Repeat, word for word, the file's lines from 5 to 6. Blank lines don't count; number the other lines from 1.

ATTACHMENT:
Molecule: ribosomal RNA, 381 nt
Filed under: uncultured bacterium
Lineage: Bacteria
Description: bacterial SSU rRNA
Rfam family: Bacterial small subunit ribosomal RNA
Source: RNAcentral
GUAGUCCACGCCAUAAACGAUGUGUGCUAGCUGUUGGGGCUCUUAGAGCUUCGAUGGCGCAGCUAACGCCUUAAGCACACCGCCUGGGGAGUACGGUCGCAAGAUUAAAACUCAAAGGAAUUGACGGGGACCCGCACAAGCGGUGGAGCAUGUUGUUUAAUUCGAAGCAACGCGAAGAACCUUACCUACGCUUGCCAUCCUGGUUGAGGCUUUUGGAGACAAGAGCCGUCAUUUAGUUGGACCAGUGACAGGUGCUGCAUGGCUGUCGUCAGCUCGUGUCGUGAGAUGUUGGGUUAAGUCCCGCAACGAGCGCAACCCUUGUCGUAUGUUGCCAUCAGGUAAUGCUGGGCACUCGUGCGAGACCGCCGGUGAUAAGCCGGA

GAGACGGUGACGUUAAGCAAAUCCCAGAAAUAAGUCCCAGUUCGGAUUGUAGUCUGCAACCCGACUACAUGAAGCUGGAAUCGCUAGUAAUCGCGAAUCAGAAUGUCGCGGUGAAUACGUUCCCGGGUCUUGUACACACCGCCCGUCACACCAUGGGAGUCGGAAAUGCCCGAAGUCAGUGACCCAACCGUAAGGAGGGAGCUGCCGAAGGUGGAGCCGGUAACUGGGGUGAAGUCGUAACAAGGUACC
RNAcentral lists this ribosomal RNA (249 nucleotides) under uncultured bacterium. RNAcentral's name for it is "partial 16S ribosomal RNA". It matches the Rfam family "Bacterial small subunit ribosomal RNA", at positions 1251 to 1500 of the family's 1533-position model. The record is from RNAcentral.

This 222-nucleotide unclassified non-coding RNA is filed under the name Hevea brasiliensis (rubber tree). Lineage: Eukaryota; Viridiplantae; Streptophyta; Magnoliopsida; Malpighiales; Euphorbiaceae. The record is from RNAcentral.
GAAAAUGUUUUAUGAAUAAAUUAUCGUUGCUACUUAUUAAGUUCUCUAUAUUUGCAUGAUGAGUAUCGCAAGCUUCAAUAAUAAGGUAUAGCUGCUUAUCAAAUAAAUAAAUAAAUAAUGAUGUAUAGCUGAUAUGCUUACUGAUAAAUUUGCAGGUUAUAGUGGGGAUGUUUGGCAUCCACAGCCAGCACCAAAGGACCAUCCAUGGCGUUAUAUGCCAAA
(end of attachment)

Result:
Rfam family: Bacterial small subunit ribosomal RNA
Source: RNAcentral